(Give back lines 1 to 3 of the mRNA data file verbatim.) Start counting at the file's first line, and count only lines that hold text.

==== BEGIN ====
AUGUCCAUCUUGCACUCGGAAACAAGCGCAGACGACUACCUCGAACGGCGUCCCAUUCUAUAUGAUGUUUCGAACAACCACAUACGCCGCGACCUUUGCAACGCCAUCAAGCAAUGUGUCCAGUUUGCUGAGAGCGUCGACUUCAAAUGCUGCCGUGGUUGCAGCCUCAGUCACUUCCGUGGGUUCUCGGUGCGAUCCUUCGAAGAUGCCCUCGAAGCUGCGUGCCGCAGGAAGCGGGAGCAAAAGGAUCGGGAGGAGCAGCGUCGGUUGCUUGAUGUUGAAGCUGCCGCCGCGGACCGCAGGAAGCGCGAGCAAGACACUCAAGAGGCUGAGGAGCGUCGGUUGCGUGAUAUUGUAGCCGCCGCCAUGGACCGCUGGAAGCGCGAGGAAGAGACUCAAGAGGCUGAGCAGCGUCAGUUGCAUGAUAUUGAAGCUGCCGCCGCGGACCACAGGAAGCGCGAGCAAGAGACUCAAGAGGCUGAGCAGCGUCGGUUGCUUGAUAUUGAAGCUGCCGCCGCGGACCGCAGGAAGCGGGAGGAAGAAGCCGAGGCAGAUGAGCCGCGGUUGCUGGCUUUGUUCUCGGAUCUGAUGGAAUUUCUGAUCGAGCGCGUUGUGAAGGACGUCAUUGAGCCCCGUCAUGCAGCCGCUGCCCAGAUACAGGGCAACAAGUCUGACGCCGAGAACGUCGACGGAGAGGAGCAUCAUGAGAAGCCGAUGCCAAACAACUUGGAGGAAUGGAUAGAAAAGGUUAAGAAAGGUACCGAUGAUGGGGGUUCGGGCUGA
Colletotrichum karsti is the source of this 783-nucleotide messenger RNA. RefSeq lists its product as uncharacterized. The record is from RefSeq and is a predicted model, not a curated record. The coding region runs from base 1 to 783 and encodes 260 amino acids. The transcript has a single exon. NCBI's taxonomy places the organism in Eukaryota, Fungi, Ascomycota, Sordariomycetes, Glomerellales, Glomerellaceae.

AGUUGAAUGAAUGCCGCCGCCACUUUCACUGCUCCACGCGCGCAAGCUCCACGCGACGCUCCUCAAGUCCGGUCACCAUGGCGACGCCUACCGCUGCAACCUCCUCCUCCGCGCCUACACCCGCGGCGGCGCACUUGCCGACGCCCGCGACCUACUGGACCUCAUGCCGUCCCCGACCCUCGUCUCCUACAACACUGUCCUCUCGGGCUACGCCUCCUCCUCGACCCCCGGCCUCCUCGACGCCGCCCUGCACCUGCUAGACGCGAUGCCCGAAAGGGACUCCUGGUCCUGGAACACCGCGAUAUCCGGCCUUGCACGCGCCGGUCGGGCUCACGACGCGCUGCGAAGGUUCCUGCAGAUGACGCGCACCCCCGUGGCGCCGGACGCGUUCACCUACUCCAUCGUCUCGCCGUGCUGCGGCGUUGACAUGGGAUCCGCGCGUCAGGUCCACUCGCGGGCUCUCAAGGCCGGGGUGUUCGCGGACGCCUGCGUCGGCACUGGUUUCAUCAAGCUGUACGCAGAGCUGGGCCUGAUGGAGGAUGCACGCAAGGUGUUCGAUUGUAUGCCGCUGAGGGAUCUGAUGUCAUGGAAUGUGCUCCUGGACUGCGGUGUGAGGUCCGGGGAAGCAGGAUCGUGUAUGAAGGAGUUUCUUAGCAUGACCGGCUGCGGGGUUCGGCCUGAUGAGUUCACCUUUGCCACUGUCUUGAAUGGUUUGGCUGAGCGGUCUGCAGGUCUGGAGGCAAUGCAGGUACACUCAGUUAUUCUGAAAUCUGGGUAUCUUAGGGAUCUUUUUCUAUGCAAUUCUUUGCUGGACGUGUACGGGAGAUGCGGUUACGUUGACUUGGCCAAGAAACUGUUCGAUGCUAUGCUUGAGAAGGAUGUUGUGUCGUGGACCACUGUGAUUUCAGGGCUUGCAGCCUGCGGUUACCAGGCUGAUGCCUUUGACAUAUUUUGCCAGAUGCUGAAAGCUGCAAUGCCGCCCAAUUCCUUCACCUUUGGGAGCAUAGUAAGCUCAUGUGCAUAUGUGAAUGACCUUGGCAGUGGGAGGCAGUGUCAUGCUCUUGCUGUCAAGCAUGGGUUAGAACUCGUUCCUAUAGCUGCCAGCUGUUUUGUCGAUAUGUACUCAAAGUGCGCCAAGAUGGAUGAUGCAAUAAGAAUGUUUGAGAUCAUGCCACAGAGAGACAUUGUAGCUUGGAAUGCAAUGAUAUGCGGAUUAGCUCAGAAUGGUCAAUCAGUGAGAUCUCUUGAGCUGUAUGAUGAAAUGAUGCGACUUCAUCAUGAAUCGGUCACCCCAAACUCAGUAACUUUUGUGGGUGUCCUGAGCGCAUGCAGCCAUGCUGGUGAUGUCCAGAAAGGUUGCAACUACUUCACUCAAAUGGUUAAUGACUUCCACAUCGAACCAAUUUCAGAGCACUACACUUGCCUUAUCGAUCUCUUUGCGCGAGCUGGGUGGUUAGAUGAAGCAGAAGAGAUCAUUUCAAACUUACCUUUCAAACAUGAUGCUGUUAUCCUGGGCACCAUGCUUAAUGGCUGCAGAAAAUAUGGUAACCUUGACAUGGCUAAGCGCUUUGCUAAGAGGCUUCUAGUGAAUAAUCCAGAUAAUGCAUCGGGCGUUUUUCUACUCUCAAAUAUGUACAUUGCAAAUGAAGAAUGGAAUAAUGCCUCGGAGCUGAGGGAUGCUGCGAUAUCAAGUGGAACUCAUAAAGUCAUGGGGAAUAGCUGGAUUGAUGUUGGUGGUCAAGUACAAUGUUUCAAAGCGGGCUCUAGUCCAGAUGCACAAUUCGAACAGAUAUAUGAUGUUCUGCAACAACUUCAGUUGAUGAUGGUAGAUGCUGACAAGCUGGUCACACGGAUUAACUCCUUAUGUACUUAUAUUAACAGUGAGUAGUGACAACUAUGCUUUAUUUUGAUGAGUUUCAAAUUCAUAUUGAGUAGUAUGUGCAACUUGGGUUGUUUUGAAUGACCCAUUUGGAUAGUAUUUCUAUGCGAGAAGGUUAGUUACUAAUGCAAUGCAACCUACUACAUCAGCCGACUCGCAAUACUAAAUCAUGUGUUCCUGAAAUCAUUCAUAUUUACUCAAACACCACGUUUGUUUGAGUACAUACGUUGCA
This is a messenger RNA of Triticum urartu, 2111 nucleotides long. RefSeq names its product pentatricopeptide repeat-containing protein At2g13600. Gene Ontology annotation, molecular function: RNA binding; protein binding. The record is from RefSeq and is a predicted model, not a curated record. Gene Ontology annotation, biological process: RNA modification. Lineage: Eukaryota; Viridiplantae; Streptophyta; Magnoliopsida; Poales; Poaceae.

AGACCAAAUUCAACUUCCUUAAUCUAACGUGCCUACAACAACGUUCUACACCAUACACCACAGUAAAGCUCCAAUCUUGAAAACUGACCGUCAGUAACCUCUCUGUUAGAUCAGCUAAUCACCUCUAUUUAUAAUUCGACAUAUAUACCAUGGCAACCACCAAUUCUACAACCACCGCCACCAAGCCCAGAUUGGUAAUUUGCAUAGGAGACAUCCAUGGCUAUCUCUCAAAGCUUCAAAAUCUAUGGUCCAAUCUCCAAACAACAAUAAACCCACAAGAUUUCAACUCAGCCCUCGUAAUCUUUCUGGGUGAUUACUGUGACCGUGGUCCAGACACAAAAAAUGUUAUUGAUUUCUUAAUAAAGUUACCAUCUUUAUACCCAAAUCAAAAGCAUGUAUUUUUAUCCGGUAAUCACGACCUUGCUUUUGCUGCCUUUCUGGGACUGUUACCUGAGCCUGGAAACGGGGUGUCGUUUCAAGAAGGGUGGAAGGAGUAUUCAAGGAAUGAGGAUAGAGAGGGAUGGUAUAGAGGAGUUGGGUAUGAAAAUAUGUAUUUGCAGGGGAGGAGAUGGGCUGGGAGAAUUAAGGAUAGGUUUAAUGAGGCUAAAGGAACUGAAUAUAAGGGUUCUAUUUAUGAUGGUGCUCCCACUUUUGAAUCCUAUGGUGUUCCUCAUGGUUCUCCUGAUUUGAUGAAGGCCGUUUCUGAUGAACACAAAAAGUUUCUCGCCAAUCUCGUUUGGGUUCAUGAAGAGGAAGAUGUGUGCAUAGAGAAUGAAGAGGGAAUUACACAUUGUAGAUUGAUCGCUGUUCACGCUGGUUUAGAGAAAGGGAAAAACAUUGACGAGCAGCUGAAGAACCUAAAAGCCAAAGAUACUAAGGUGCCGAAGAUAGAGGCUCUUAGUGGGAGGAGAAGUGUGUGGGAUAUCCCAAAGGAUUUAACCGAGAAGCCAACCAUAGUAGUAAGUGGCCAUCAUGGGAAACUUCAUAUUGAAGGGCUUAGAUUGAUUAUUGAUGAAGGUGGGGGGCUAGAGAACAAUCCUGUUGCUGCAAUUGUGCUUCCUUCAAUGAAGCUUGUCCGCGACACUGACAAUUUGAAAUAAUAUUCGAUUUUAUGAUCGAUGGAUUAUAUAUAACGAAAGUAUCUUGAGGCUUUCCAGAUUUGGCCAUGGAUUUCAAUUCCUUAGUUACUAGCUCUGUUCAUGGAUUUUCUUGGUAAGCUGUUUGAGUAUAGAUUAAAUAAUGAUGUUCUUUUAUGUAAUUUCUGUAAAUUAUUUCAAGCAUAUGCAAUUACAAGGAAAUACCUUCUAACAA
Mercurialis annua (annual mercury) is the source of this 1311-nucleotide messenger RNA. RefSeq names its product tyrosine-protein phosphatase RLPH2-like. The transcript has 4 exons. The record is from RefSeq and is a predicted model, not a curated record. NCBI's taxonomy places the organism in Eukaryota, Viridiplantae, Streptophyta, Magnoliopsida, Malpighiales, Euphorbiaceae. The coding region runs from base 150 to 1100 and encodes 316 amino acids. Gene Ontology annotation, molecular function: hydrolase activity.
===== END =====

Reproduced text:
AUGUCCAUCUUGCACUCGGAAACAAGCGCAGACGACUACCUCGAACGGCGUCCCAUUCUAUAUGAUGUUUCGAACAACCACAUACGCCGCGACCUUUGCAACGCCAUCAAGCAAUGUGUCCAGUUUGCUGAGAGCGUCGACUUCAAAUGCUGCCGUGGUUGCAGCCUCAGUCACUUCCGUGGGUUCUCGGUGCGAUCCUUCGAAGAUGCCCUCGAAGCUGCGUGCCGCAGGAAGCGGGAGCAAAAGGAUCGGGAGGAGCAGCGUCGGUUGCUUGAUGUUGAAGCUGCCGCCGCGGACCGCAGGAAGCGCGAGCAAGACACUCAAGAGGCUGAGGAGCGUCGGUUGCGUGAUAUUGUAGCCGCCGCCAUGGACCGCUGGAAGCGCGAGGAAGAGACUCAAGAGGCUGAGCAGCGUCAGUUGCAUGAUAUUGAAGCUGCCGCCGCGGACCACAGGAAGCGCGAGCAAGAGACUCAAGAGGCUGAGCAGCGUCGGUUGCUUGAUAUUGAAGCUGCCGCCGCGGACCGCAGGAAGCGGGAGGAAGAAGCCGAGGCAGAUGAGCCGCGGUUGCUGGCUUUGUUCUCGGAUCUGAUGGAAUUUCUGAUCGAGCGCGUUGUGAAGGACGUCAUUGAGCCCCGUCAUGCAGCCGCUGCCCAGAUACAGGGCAACAAGUCUGACGCCGAGAACGUCGACGGAGAGGAGCAUCAUGAGAAGCCGAUGCCAAACAACUUGGAGGAAUGGAUAGAAAAGGUUAAGAAAGGUACCGAUGAUGGGGGUUCGGGCUGA
Colletotrichum karsti is the source of this 783-nucleotide messenger RNA. RefSeq lists its product as uncharacterized. The record is from RefSeq and is a predicted model, not a curated record. The coding region runs from base 1 to 783 and encodes 260 amino acids. The transcript has a single exon. NCBI's taxonomy places the organism in Eukaryota, Fungi, Ascomycota, Sordariomycetes, Glomerellales, Glomerellaceae.

AGUUGAAUGAAUGCCGCCGCCACUUUCACUGCUCCACGCGCGCAAGCUCCACGCGACGCUCCUCAAGUCCGGUCACCAUGGCGACGCCUACCGCUGCAACCUCCUCCUCCGCGCCUACACCCGCGGCGGCGCACUUGCCGACGCCCGCGACCUACUGGACCUCAUGCCGUCCCCGACCCUCGUCUCCUACAACACUGUCCUCUCGGGCUACGCCUCCUCCUCGACCCCCGGCCUCCUCGACGCCGCCCUGCACCUGCUAGACGCGAUGCCCGAAAGGGACUCCUGGUCCUGGAACACCGCGAUAUCCGGCCUUGCACGCGCCGGUCGGGCUCACGACGCGCUGCGAAGGUUCCUGCAGAUGACGCGCACCCCCGUGGCGCCGGACGCGUUCACCUACUCCAUCGUCUCGCCGUGCUGCGGCGUUGACAUGGGAUCCGCGCGUCAGGUCCACUCGCGGGCUCUCAAGGCCGGGGUGUUCGCGGACGCCUGCGUCGGCACUGGUUUCAUCAAGCUGUACGCAGAGCUGGGCCUGAUGGAGGAUGCACGCAAGGUGUUCGAUUGUAUGCCGCUGAGGGAUCUGAUGUCAUGGAAUGUGCUCCUGGACUGCGGUGUGAGGUCCGGGGAAGCAGGAUCGUGUAUGAAGGAGUUUCUUAGCAUGACCGGCUGCGGGGUUCGGCCUGAUGAGUUCACCUUUGCCACUGUCUUGAAUGGUUUGGCUGAGCGGUCUGCAGGUCUGGAGGCAAUGCAGGUACACUCAGUUAUUCUGAAAUCUGGGUAUCUUAGGGAUCUUUUUCUAUGCAAUUCUUUGCUGGACGUGUACGGGAGAUGCGGUUACGUUGACUUGGCCAAGAAACUGUUCGAUGCUAUGCUUGAGAAGGAUGUUGUGUCGUGGACCACUGUGAUUUCAGGGCUUGCAGCCUGCGGUUACCAGGCUGAUGCCUUUGACAUAUUUUGCCAGAUGCUGAAAGCUGCAAUGCCGCCCAAUUCCUUCACCUUUGGGAGCAUAGUAAGCUCAUGUGCAUAUGUGAAUGACCUUGGCAGUGGGAGGCAGUGUCAUGCUCUUGCUGUCAAGCAUGGGUUAGAACUCGUUCCUAUAGCUGCCAGCUGUUUUGUCGAUAUGUACUCAAAGUGCGCCAAGAUGGAUGAUGCAAUAAGAAUGUUUGAGAUCAUGCCACAGAGAGACAUUGUAGCUUGGAAUGCAAUGAUAUGCGGAUUAGCUCAGAAUGGUCAAUCAGUGAGAUCUCUUGAGCUGUAUGAUGAAAUGAUGCGACUUCAUCAUGAAUCGGUCACCCCAAACUCAGUAACUUUUGUGGGUGUCCUGAGCGCAUGCAGCCAUGCUGGUGAUGUCCAGAAAGGUUGCAACUACUUCACUCAAAUGGUUAAUGACUUCCACAUCGAACCAAUUUCAGAGCACUACACUUGCCUUAUCGAUCUCUUUGCGCGAGCUGGGUGGUUAGAUGAAGCAGAAGAGAUCAUUUCAAACUUACCUUUCAAACAUGAUGCUGUUAUCCUGGGCACCAUGCUUAAUGGCUGCAGAAAAUAUGGUAACCUUGACAUGGCUAAGCGCUUUGCUAAGAGGCUUCUAGUGAAUAAUCCAGAUAAUGCAUCGGGCGUUUUUCUACUCUCAAAUAUGUACAUUGCAAAUGAAGAAUGGAAUAAUGCCUCGGAGCUGAGGGAUGCUGCGAUAUCAAGUGGAACUCAUAAAGUCAUGGGGAAUAGCUGGAUUGAUGUUGGUGGUCAAGUACAAUGUUUCAAAGCGGGCUCUAGUCCAGAUGCACAAUUCGAACAGAUAUAUGAUGUUCUGCAACAACUUCAGUUGAUGAUGGUAGAUGCUGACAAGCUGGUCACACGGAUUAACUCCUUAUGUACUUAUAUUAACAGUGAGUAGUGACAACUAUGCUUUAUUUUGAUGAGUUUCAAAUUCAUAUUGAGUAGUAUGUGCAACUUGGGUUGUUUUGAAUGACCCAUUUGGAUAGUAUUUCUAUGCGAGAAGGUUAGUUACUAAUGCAAUGCAACCUACUACAUCAGCCGACUCGCAAUACUAAAUCAUGUGUUCCUGAAAUCAUUCAUAUUUACUCAAACACCACGUUUGUUUGAGUACAUACGUUGCA